Most people who think they are allergic to the antibiotic penicillin may not have to avoid taking the drug after all.
Researchers found that most people who are told that they are allergic to penicillin were mistakenly diagnosed as such based on initial reactions instead of a confirmatory test.
This mistaken perception led many to opt for more dangerous antibiotics and other treatments for their infections. Researchers pointed out that the patients who were thought to be penicillin-allergic had to take other antibiotics that put them at greater risk for acquiring complications such as colitis and the development of more antibiotic-resistant strains.
Study authors therefore stress the need to specifically test for penicillin allergy on suspected patients.
"Anyone who has been told they are penicillin allergic, but who hasn't been tested by an allergist, should be tested," said Dr. David Khan from the University of Texas Southwestern Medical Center.
He added that if patients are determined to be allergic, doctors will be able to determine which treatment options are most suited with the full confidence that it is the best course of action for the patient. But if the tests turned negative, then the patient will be able to take a drug that is just as effective as most antibiotics while being safer and more cost-effective.
Researchers studied data from patients who were reportedly allergic to penicillin but when tested were actually found to be negative. The team later found that the patients could be treated safely with the mentioned antibiotic even through intravenous injection.
"There is often thought to be a higher risk in patients who get intravenous penicillin, but we did not find this to be the case," Khan added.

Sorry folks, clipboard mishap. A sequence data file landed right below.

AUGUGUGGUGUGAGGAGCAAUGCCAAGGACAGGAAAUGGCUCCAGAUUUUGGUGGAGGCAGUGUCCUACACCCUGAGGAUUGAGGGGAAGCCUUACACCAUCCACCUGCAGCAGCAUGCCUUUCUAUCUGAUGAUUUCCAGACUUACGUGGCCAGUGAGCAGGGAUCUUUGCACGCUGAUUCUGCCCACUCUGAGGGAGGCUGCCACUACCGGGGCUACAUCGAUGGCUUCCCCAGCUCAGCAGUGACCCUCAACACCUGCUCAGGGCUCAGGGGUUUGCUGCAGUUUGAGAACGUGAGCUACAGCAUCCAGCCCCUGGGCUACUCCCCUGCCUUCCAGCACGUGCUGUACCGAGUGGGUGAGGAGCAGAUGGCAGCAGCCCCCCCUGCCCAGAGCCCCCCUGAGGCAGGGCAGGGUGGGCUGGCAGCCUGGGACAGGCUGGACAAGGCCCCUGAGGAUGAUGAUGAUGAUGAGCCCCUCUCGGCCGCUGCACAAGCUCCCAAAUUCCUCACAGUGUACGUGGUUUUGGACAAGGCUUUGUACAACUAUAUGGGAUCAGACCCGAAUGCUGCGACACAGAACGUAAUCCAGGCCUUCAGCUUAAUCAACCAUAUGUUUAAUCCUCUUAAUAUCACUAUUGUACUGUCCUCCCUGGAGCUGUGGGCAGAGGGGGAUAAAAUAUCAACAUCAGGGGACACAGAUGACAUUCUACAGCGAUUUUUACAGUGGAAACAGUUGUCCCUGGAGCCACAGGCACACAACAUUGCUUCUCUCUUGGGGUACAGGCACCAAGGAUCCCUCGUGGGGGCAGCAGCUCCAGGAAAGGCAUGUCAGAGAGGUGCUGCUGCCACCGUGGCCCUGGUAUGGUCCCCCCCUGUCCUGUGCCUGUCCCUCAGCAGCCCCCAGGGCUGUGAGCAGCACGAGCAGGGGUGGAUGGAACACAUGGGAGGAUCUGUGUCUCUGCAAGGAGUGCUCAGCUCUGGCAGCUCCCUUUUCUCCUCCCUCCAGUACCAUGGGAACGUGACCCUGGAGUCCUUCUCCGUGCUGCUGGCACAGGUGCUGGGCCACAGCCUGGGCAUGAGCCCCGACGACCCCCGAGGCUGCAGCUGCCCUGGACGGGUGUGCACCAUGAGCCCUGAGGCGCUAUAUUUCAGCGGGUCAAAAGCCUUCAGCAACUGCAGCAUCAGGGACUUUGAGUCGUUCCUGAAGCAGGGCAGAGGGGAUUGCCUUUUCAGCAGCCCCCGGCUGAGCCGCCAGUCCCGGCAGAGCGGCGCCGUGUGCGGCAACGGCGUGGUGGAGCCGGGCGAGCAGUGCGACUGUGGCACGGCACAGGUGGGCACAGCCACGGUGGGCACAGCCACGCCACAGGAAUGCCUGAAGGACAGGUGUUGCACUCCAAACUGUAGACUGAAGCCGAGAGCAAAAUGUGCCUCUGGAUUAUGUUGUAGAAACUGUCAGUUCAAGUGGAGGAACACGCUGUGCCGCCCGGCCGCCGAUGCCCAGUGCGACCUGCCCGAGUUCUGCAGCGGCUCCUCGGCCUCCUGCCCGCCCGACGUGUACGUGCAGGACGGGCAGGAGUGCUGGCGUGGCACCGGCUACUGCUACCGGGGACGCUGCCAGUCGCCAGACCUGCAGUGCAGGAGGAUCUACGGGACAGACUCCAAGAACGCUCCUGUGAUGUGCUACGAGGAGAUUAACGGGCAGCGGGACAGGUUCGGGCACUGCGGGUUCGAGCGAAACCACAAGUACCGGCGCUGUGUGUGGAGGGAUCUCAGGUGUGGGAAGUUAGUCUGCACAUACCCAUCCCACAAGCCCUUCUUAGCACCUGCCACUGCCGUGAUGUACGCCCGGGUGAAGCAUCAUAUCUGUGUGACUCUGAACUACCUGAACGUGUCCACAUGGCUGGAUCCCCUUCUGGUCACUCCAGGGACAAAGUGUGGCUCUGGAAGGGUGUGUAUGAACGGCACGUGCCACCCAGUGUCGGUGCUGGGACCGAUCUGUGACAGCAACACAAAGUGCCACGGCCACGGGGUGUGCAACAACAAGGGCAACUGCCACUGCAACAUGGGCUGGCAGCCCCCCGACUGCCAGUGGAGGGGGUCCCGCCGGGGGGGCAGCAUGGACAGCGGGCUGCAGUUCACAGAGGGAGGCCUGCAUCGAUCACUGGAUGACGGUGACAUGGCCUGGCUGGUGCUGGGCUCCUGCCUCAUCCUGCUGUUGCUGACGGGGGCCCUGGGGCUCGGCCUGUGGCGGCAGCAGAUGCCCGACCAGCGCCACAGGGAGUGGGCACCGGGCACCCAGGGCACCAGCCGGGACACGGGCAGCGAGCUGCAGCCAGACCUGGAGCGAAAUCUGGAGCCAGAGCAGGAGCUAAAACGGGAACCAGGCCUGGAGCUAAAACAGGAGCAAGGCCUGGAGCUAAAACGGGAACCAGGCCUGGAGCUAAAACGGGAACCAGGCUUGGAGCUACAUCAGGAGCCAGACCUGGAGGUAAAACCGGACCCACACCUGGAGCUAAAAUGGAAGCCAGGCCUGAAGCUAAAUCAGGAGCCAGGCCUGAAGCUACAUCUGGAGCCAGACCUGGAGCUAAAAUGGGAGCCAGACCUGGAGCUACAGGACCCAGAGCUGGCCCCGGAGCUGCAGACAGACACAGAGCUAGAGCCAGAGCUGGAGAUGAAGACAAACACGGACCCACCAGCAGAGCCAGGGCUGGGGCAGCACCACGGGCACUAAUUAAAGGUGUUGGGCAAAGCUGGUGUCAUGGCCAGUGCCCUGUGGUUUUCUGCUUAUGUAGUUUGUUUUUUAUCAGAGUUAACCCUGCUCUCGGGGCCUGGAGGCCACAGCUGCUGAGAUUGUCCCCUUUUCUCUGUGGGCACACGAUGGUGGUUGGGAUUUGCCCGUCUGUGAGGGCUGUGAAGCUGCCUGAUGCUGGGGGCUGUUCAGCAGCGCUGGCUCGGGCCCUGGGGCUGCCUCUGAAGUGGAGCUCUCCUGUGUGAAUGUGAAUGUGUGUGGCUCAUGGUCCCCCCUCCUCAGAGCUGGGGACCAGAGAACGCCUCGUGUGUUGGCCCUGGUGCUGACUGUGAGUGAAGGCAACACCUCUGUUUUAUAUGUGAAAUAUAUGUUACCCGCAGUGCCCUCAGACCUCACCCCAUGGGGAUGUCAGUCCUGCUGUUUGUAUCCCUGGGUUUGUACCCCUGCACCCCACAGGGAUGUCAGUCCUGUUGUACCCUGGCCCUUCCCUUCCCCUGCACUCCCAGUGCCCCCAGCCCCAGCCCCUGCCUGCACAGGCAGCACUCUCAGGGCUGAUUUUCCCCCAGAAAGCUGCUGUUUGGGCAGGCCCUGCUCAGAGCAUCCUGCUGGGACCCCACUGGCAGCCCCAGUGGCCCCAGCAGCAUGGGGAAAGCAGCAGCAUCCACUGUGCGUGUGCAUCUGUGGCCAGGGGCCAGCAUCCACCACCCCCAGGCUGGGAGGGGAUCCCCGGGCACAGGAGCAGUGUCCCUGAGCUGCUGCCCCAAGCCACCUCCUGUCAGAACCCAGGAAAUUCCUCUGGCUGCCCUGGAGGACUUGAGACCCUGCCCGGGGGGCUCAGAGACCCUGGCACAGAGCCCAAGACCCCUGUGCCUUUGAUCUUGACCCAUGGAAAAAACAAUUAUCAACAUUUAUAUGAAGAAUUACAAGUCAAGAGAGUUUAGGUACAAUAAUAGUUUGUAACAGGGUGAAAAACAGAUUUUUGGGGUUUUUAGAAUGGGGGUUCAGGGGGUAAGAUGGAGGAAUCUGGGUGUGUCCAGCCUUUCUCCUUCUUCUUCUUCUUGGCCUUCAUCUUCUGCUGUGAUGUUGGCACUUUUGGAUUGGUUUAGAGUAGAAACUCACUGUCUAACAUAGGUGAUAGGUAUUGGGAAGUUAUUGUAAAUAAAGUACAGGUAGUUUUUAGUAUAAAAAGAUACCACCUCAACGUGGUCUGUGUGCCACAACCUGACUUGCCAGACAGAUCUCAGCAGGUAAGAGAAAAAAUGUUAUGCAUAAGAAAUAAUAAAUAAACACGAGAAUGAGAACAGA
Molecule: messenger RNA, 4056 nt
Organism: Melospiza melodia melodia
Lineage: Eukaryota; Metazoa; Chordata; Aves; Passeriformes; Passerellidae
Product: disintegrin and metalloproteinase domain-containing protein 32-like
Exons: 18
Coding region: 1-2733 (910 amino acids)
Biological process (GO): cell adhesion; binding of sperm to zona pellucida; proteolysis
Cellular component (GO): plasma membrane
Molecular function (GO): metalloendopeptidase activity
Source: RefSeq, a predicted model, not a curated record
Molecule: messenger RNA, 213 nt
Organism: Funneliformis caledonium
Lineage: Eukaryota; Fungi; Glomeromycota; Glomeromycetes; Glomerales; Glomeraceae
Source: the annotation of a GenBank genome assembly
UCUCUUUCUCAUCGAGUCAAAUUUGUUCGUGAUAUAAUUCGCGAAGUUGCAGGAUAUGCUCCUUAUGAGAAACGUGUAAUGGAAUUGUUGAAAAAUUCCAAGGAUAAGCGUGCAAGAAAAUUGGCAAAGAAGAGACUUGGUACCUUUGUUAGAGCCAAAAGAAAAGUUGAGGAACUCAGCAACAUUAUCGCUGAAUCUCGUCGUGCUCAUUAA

The misconception often stems from wrongly interpreting symptoms that manifest after taking the drug as signs of an allergic reaction. This mistake happens about 90 percent of the time among patients.
Penicillin side effects that include nausea and vomiting, mild diarrhea or headache commonly occur while taking the drug but do not herald an allergic reaction or are considered dangerous enough to halt continued taking of the drug.
Ever since its discovery, penicillin still remains a popular antibiotic because of its effectiveness and relatively low level of toxicity on healthy human cells. It comes in several different, non-interchangeable forms, and each one is often used to treat different infections.
However, there are people who are allergic to the drug, and people who report developing a rash, itching or difficulty of breathing while using the drug are advised to report these findings to a physician for a confirmatory test.